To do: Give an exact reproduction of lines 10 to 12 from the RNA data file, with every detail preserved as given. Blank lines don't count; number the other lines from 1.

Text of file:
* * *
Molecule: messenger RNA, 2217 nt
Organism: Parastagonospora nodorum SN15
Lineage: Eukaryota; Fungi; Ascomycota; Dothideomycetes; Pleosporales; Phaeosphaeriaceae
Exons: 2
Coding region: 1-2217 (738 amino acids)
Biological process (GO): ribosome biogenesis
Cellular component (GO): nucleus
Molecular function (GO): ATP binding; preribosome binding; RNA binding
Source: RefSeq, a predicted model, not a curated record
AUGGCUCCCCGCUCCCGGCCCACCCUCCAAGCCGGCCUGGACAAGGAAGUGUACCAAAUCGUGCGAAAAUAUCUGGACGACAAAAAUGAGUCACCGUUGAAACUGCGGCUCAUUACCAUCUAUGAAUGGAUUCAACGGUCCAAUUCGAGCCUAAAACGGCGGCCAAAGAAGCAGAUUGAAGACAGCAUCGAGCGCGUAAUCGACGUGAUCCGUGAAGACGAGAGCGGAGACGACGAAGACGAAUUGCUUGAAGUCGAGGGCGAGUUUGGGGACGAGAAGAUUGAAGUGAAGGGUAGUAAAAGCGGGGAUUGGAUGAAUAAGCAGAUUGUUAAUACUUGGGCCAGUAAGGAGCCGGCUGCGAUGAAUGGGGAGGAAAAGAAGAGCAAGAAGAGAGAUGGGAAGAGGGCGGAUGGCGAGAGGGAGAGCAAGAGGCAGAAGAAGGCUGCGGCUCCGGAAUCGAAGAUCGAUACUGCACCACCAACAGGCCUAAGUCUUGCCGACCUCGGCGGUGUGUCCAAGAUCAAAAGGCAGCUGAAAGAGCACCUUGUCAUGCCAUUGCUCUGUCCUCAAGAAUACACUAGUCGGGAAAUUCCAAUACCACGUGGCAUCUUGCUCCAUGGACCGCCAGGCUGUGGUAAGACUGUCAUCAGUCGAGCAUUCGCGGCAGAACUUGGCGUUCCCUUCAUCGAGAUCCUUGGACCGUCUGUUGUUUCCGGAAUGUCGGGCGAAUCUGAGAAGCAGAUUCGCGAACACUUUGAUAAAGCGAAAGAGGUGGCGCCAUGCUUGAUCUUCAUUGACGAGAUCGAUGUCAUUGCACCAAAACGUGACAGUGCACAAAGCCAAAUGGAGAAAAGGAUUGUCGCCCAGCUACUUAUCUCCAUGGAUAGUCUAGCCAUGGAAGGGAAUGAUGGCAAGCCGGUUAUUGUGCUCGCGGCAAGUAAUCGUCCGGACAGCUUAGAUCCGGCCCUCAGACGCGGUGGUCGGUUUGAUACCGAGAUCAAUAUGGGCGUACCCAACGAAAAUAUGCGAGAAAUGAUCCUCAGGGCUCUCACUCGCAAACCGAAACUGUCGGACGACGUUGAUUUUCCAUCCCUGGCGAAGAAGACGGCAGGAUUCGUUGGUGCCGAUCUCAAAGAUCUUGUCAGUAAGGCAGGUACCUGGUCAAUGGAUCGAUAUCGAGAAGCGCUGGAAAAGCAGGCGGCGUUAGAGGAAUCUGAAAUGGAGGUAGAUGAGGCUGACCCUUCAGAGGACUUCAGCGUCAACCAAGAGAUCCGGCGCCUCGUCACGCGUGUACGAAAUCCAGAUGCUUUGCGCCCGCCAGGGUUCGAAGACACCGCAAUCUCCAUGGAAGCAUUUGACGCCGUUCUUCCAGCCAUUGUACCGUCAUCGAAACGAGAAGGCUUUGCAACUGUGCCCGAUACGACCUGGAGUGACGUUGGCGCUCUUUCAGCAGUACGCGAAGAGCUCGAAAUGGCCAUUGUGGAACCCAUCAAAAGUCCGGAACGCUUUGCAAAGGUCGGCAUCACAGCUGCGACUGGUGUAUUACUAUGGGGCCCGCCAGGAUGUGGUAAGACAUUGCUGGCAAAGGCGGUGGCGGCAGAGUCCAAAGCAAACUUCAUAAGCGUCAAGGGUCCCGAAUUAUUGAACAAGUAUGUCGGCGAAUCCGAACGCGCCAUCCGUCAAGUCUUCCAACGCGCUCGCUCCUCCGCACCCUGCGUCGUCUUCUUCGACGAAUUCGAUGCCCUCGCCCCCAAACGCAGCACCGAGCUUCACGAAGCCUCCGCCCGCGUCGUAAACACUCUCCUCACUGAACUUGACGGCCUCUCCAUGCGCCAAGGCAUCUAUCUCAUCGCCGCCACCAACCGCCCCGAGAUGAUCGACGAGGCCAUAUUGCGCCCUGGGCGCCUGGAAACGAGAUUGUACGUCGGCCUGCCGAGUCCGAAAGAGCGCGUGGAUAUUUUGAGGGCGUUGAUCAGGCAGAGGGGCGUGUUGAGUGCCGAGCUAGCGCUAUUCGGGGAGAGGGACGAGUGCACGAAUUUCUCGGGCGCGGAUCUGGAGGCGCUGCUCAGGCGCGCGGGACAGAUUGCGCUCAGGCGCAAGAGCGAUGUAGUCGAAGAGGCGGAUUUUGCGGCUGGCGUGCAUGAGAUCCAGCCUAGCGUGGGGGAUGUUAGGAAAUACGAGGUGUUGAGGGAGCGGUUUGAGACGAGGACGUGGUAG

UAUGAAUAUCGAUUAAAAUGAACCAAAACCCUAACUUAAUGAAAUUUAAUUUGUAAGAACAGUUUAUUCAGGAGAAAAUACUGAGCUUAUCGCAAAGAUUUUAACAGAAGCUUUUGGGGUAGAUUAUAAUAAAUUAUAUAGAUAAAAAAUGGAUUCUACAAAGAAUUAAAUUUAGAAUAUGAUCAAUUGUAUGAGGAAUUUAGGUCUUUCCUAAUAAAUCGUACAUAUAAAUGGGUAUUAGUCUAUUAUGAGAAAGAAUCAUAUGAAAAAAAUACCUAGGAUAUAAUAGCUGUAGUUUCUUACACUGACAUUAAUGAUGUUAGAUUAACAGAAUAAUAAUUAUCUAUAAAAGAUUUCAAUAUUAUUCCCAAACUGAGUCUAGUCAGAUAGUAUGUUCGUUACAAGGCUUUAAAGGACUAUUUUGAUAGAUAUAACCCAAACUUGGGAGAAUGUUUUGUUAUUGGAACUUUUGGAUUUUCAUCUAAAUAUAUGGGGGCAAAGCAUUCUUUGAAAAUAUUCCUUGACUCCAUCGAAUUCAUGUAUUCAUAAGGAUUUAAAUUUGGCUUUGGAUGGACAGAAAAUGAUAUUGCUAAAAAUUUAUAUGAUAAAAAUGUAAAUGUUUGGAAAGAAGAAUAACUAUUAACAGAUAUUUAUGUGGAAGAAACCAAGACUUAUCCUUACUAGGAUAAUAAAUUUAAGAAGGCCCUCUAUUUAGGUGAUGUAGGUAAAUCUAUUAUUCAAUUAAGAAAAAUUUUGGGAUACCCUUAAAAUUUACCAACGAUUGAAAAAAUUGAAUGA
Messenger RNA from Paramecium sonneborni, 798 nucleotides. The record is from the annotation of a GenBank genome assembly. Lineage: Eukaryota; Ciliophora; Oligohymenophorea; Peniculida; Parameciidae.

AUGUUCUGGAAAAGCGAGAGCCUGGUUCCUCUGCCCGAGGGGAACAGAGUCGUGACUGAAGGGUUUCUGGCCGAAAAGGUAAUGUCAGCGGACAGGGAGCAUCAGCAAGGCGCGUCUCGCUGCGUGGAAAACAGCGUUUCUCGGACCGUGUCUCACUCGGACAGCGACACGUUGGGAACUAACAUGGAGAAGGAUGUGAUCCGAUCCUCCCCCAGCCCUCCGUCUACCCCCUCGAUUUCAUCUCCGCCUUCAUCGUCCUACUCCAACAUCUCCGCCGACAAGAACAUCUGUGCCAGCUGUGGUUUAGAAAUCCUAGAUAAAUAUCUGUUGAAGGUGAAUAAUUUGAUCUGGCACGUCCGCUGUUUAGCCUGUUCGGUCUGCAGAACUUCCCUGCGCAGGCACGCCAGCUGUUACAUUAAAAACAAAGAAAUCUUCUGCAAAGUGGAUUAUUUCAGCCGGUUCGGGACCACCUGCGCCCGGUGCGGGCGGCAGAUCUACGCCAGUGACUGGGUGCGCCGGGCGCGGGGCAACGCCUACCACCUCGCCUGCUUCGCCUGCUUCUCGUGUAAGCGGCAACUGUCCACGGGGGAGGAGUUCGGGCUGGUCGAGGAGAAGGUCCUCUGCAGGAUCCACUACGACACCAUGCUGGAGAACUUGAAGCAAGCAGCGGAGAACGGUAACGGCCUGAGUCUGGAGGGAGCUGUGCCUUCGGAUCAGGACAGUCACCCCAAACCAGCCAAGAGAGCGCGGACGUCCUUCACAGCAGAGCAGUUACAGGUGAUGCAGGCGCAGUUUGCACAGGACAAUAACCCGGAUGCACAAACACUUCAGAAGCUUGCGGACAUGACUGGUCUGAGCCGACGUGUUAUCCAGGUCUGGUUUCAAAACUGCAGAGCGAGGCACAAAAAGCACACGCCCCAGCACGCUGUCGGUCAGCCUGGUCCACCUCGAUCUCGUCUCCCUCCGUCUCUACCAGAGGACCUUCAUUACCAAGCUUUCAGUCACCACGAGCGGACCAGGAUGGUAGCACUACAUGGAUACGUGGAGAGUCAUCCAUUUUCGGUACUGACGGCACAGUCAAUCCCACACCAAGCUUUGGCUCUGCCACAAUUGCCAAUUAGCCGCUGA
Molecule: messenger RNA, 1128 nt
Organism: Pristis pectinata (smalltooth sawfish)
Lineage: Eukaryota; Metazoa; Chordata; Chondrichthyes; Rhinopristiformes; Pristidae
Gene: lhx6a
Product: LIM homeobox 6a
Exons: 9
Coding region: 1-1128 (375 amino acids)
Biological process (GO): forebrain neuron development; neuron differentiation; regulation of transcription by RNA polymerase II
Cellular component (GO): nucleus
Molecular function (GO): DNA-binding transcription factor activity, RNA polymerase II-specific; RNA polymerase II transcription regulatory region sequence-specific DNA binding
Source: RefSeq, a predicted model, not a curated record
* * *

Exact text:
AUGGCUCCCCGCUCCCGGCCCACCCUCCAAGCCGGCCUGGACAAGGAAGUGUACCAAAUCGUGCGAAAAUAUCUGGACGACAAAAAUGAGUCACCGUUGAAACUGCGGCUCAUUACCAUCUAUGAAUGGAUUCAACGGUCCAAUUCGAGCCUAAAACGGCGGCCAAAGAAGCAGAUUGAAGACAGCAUCGAGCGCGUAAUCGACGUGAUCCGUGAAGACGAGAGCGGAGACGACGAAGACGAAUUGCUUGAAGUCGAGGGCGAGUUUGGGGACGAGAAGAUUGAAGUGAAGGGUAGUAAAAGCGGGGAUUGGAUGAAUAAGCAGAUUGUUAAUACUUGGGCCAGUAAGGAGCCGGCUGCGAUGAAUGGGGAGGAAAAGAAGAGCAAGAAGAGAGAUGGGAAGAGGGCGGAUGGCGAGAGGGAGAGCAAGAGGCAGAAGAAGGCUGCGGCUCCGGAAUCGAAGAUCGAUACUGCACCACCAACAGGCCUAAGUCUUGCCGACCUCGGCGGUGUGUCCAAGAUCAAAAGGCAGCUGAAAGAGCACCUUGUCAUGCCAUUGCUCUGUCCUCAAGAAUACACUAGUCGGGAAAUUCCAAUACCACGUGGCAUCUUGCUCCAUGGACCGCCAGGCUGUGGUAAGACUGUCAUCAGUCGAGCAUUCGCGGCAGAACUUGGCGUUCCCUUCAUCGAGAUCCUUGGACCGUCUGUUGUUUCCGGAAUGUCGGGCGAAUCUGAGAAGCAGAUUCGCGAACACUUUGAUAAAGCGAAAGAGGUGGCGCCAUGCUUGAUCUUCAUUGACGAGAUCGAUGUCAUUGCACCAAAACGUGACAGUGCACAAAGCCAAAUGGAGAAAAGGAUUGUCGCCCAGCUACUUAUCUCCAUGGAUAGUCUAGCCAUGGAAGGGAAUGAUGGCAAGCCGGUUAUUGUGCUCGCGGCAAGUAAUCGUCCGGACAGCUUAGAUCCGGCCCUCAGACGCGGUGGUCGGUUUGAUACCGAGAUCAAUAUGGGCGUACCCAACGAAAAUAUGCGAGAAAUGAUCCUCAGGGCUCUCACUCGCAAACCGAAACUGUCGGACGACGUUGAUUUUCCAUCCCUGGCGAAGAAGACGGCAGGAUUCGUUGGUGCCGAUCUCAAAGAUCUUGUCAGUAAGGCAGGUACCUGGUCAAUGGAUCGAUAUCGAGAAGCGCUGGAAAAGCAGGCGGCGUUAGAGGAAUCUGAAAUGGAGGUAGAUGAGGCUGACCCUUCAGAGGACUUCAGCGUCAACCAAGAGAUCCGGCGCCUCGUCACGCGUGUACGAAAUCCAGAUGCUUUGCGCCCGCCAGGGUUCGAAGACACCGCAAUCUCCAUGGAAGCAUUUGACGCCGUUCUUCCAGCCAUUGUACCGUCAUCGAAACGAGAAGGCUUUGCAACUGUGCCCGAUACGACCUGGAGUGACGUUGGCGCUCUUUCAGCAGUACGCGAAGAGCUCGAAAUGGCCAUUGUGGAACCCAUCAAAAGUCCGGAACGCUUUGCAAAGGUCGGCAUCACAGCUGCGACUGGUGUAUUACUAUGGGGCCCGCCAGGAUGUGGUAAGACAUUGCUGGCAAAGGCGGUGGCGGCAGAGUCCAAAGCAAACUUCAUAAGCGUCAAGGGUCCCGAAUUAUUGAACAAGUAUGUCGGCGAAUCCGAACGCGCCAUCCGUCAAGUCUUCCAACGCGCUCGCUCCUCCGCACCCUGCGUCGUCUUCUUCGACGAAUUCGAUGCCCUCGCCCCCAAACGCAGCACCGAGCUUCACGAAGCCUCCGCCCGCGUCGUAAACACUCUCCUCACUGAACUUGACGGCCUCUCCAUGCGCCAAGGCAUCUAUCUCAUCGCCGCCACCAACCGCCCCGAGAUGAUCGACGAGGCCAUAUUGCGCCCUGGGCGCCUGGAAACGAGAUUGUACGUCGGCCUGCCGAGUCCGAAAGAGCGCGUGGAUAUUUUGAGGGCGUUGAUCAGGCAGAGGGGCGUGUUGAGUGCCGAGCUAGCGCUAUUCGGGGAGAGGGACGAGUGCACGAAUUUCUCGGGCGCGGAUCUGGAGGCGCUGCUCAGGCGCGCGGGACAGAUUGCGCUCAGGCGCAAGAGCGAUGUAGUCGAAGAGGCGGAUUUUGCGGCUGGCGUGCAUGAGAUCCAGCCUAGCGUGGGGGAUGUUAGGAAAUACGAGGUGUUGAGGGAGCGGUUUGAGACGAGGACGUGGUAG

UAUGAAUAUCGAUUAAAAUGAACCAAAACCCUAACUUAAUGAAAUUUAAUUUGUAAGAACAGUUUAUUCAGGAGAAAAUACUGAGCUUAUCGCAAAGAUUUUAACAGAAGCUUUUGGGGUAGAUUAUAAUAAAUUAUAUAGAUAAAAAAUGGAUUCUACAAAGAAUUAAAUUUAGAAUAUGAUCAAUUGUAUGAGGAAUUUAGGUCUUUCCUAAUAAAUCGUACAUAUAAAUGGGUAUUAGUCUAUUAUGAGAAAGAAUCAUAUGAAAAAAAUACCUAGGAUAUAAUAGCUGUAGUUUCUUACACUGACAUUAAUGAUGUUAGAUUAACAGAAUAAUAAUUAUCUAUAAAAGAUUUCAAUAUUAUUCCCAAACUGAGUCUAGUCAGAUAGUAUGUUCGUUACAAGGCUUUAAAGGACUAUUUUGAUAGAUAUAACCCAAACUUGGGAGAAUGUUUUGUUAUUGGAACUUUUGGAUUUUCAUCUAAAUAUAUGGGGGCAAAGCAUUCUUUGAAAAUAUUCCUUGACUCCAUCGAAUUCAUGUAUUCAUAAGGAUUUAAAUUUGGCUUUGGAUGGACAGAAAAUGAUAUUGCUAAAAAUUUAUAUGAUAAAAAUGUAAAUGUUUGGAAAGAAGAAUAACUAUUAACAGAUAUUUAUGUGGAAGAAACCAAGACUUAUCCUUACUAGGAUAAUAAAUUUAAGAAGGCCCUCUAUUUAGGUGAUGUAGGUAAAUCUAUUAUUCAAUUAAGAAAAAUUUUGGGAUACCCUUAAAAUUUACCAACGAUUGAAAAAAUUGAAUGA
Messenger RNA from Paramecium sonneborni, 798 nucleotides. The record is from the annotation of a GenBank genome assembly. Lineage: Eukaryota; Ciliophora; Oligohymenophorea; Peniculida; Parameciidae.